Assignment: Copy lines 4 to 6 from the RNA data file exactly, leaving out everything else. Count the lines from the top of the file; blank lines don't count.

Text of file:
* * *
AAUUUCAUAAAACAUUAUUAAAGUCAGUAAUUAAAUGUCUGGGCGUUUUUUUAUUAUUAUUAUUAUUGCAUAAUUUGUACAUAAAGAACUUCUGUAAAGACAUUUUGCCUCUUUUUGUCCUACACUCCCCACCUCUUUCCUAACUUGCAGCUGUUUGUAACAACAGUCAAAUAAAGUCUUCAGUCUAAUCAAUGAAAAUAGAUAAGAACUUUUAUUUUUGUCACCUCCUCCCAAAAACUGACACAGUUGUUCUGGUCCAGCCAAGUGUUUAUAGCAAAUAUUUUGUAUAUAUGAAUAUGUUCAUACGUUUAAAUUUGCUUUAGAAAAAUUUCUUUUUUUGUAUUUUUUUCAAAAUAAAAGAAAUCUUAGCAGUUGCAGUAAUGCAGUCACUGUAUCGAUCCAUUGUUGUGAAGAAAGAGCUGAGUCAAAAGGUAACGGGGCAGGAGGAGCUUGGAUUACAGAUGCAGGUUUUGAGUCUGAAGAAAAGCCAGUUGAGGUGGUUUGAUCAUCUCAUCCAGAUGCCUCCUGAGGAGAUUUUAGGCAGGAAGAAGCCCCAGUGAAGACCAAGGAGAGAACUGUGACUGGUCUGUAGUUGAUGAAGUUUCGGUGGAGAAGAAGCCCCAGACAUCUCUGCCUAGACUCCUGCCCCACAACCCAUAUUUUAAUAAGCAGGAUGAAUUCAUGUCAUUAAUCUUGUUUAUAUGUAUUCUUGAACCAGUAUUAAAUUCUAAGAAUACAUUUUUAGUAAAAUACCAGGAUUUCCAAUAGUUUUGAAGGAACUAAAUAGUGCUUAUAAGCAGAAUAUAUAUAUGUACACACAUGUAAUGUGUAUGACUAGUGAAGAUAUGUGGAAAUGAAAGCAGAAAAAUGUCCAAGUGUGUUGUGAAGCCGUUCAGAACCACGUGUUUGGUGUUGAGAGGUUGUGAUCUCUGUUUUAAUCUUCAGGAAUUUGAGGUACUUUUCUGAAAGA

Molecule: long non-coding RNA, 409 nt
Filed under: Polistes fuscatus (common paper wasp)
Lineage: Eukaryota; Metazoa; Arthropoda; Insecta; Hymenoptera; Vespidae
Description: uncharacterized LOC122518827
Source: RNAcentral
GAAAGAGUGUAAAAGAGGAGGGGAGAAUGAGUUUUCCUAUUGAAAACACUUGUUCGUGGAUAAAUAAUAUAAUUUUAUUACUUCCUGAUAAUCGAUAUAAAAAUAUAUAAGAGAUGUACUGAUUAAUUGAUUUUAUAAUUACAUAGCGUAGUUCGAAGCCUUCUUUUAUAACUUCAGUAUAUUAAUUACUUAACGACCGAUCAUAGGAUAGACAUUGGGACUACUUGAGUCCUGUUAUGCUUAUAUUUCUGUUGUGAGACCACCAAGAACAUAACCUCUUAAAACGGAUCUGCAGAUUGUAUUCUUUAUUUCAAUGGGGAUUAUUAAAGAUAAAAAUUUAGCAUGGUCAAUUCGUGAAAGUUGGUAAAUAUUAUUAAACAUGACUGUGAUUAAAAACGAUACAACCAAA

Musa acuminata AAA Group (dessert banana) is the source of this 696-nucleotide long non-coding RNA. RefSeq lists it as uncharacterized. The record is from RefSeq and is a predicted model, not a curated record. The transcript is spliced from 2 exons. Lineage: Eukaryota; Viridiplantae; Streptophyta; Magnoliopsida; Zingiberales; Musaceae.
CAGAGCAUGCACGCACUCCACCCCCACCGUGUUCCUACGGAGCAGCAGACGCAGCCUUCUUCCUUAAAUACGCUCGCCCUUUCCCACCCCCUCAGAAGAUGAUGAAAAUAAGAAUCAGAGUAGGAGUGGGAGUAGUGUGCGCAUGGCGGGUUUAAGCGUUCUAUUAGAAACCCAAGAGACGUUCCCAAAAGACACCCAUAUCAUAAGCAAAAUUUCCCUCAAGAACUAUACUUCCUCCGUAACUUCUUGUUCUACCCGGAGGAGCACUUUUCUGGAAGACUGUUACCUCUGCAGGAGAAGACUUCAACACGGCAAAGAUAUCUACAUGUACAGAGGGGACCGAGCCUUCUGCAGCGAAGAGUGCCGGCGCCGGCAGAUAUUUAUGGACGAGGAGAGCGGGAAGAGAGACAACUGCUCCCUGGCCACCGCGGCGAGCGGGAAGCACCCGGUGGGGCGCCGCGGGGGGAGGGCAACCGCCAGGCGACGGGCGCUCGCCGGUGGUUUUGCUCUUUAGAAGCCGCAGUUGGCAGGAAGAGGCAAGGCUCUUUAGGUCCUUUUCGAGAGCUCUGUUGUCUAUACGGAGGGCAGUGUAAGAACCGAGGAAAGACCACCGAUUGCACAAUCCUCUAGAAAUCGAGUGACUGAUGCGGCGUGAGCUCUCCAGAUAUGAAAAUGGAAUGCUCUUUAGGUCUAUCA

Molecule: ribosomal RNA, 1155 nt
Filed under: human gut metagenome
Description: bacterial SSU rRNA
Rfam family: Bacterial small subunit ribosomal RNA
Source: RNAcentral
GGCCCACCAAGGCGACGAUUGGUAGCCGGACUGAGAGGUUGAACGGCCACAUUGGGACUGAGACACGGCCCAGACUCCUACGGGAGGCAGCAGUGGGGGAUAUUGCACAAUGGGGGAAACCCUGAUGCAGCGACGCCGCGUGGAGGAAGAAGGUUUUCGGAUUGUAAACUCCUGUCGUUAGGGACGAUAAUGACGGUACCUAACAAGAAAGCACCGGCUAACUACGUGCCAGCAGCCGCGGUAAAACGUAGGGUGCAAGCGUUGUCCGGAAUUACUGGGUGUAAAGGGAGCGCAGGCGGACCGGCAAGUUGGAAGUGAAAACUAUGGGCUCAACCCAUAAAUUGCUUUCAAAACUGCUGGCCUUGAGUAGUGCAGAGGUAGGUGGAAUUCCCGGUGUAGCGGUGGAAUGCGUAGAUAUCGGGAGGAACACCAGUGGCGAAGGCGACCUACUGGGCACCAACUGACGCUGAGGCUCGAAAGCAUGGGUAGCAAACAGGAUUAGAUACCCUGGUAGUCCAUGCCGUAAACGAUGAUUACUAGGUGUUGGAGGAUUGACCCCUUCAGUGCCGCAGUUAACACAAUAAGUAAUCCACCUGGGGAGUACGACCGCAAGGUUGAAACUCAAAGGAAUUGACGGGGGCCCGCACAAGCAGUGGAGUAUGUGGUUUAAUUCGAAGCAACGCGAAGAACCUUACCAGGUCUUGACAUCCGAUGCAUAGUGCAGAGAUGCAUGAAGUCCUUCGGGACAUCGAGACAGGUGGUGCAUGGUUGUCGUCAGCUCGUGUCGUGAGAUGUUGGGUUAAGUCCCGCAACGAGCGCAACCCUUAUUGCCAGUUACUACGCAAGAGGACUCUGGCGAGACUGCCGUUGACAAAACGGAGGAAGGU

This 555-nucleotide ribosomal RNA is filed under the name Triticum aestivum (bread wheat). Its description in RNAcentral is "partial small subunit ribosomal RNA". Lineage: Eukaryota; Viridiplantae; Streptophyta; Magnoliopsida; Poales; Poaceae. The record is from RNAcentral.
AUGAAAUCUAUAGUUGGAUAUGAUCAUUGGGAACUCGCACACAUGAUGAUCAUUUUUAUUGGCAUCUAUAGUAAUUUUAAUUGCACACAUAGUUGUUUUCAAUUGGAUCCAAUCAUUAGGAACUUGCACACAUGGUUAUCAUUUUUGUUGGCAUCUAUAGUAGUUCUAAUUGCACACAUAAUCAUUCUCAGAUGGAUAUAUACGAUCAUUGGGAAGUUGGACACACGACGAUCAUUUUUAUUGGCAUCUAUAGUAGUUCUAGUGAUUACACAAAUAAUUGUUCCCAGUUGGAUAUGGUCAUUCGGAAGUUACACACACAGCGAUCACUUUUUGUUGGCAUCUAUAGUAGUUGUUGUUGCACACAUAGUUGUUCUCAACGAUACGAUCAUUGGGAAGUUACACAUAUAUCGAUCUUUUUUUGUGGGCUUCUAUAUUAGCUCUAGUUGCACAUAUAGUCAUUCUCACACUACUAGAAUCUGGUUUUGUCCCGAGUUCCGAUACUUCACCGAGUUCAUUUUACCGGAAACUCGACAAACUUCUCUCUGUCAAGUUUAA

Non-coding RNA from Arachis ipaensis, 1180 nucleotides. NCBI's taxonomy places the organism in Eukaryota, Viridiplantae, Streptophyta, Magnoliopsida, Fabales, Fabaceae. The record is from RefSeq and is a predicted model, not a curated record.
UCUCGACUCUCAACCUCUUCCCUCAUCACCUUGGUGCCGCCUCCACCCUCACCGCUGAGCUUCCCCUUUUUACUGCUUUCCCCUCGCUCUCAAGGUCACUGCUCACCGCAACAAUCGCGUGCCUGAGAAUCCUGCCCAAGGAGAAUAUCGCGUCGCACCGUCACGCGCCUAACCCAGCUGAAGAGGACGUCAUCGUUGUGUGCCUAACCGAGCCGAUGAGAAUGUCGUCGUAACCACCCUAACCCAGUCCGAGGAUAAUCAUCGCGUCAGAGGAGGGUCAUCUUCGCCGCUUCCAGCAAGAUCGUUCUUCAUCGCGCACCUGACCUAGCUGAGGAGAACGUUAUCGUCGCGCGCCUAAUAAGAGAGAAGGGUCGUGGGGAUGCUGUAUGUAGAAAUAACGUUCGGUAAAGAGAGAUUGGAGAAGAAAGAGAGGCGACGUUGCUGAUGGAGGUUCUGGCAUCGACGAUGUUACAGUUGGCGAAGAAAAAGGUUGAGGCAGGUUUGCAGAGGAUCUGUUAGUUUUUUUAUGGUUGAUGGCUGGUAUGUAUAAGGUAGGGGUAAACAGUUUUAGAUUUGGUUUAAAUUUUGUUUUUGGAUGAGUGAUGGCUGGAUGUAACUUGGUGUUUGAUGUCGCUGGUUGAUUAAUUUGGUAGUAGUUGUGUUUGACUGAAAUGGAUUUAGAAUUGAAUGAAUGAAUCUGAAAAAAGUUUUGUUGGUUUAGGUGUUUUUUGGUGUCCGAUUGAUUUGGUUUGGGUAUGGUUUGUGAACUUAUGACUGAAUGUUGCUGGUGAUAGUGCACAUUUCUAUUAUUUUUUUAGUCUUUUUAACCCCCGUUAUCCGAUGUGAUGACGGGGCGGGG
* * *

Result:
Lineage: Eukaryota; Metazoa; Arthropoda; Insecta; Hymenoptera; Vespidae
Description: uncharacterized LOC122518827
Source: RNAcentral